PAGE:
Functional Fitness for Tennis Players
Tennis is a great game for staying in shape. The fitness you develop from a tennis game has an added bonus: It carries over into the rest of your life. By playing tennis, you also improve your functional fitness or your ability to do ordinary things, like carry a sack of groceries in from the car or climb a flight of stairs. The better your functional fitness, the better you can get through all the usual activities of your typical day with ease—and with energy left over for tennis.
Exercises to build functional fitness aim to mimic the activities of daily living by working several muscle groups at once. They’re designed to improve your strength, flexibility, endurance, range of motion, and balance, because you need all those abilities every time you do something like pick up a toddler, or reach for something on a high shelf, or carry a briefcase. Because they build overall fitness, they’re also great for your tennis game!
This most fundamental of exercises is key to a strong core—it engages your abs, lower back, hips, and arms. This is the one functional fitness exercise that should always be part of your workout routine, because your core muscles are continually engaged when you play tennis.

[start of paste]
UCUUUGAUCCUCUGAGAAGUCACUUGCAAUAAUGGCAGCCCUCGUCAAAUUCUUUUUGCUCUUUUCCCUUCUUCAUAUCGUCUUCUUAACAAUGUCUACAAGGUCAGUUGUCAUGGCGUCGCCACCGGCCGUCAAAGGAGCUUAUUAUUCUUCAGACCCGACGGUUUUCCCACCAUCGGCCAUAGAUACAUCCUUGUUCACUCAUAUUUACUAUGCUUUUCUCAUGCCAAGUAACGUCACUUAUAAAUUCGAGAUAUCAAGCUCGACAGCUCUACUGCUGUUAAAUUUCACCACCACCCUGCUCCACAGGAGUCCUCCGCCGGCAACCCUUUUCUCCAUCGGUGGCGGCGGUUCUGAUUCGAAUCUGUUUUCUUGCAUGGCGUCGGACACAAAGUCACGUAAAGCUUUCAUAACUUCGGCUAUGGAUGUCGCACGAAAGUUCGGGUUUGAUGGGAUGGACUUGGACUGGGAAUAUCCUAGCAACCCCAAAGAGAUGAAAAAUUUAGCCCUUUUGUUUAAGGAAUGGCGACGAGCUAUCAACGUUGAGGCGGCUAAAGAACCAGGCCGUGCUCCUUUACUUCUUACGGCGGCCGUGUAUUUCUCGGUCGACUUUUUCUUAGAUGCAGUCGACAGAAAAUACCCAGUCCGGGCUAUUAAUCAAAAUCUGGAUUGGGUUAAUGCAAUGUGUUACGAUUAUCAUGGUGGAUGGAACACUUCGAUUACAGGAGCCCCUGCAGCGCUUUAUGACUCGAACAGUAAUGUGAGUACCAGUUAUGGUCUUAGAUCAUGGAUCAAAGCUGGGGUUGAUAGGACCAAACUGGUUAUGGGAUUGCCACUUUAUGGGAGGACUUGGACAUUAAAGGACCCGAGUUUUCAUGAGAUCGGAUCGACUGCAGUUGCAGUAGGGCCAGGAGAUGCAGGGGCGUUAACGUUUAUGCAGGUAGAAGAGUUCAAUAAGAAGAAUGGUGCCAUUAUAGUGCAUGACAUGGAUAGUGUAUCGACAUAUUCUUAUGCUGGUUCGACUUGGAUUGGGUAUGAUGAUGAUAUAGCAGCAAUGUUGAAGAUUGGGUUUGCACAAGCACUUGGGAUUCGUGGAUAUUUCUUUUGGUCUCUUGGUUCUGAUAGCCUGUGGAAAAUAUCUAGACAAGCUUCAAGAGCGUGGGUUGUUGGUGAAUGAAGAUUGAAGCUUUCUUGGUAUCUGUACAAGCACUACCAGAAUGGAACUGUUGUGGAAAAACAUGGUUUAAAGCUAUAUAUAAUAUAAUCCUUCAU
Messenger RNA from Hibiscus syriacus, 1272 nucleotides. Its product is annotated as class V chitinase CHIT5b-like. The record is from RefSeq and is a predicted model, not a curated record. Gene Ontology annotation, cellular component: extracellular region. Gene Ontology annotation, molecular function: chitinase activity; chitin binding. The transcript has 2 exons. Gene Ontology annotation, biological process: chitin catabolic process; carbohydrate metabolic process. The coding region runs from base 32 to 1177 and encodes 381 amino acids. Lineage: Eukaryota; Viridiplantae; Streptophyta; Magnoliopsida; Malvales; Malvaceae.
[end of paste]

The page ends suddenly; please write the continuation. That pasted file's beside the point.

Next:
- Lie face-down on a mat in push-up position. Place your forearms on the mat at shoulder width, with your elbows aligned under your shoulders.
- Flex your arms and push up, keeping your back straight, until you are supported only by your toes and your forearms. Look down to keep your head in a neutral position.
- Hold for at least 15 seconds. As you get better at this, hold for as long as possible, at least 30 seconds.
This is a great functional fitness exercise for building up and coordinating your leg muscles, especially the quadriceps, hamstrings, and calves—the muscles that control your knees and hips. By doing this regularly, you improve your ability to get up and down from chairs, pick things up off the ground, and climb steps. For your tennis game, strong legs give you a strong foundation for your strokes and improve your ability to transfer your weight.
- Stand upright, with your legs apart a little wider than shoulder width and your arms at your sides.
- Pull your shoulder blades in toward each other a bit to tighten your abdominal muscles.
- Slowly bend your knees and push your rear end and hips down behind you, just as if you were sitting down in a chair. Keep your knees aligned over your ankles and your toes pointing forward. As you lower your body, raise your arms up in front of you.
- Keep lowering your body until your thighs and arms are parallel to the floor. Hold for 10 seconds.
- Slowly raise yourself upright again, while lowering your arms back down to your sides. Repeat 10 times.
Tip: As you get better at this exercise, try doing it as a deep squat instead. Instead of stopping when your thighs are parallel to the floor, go down as low as you can, keeping your arms extended.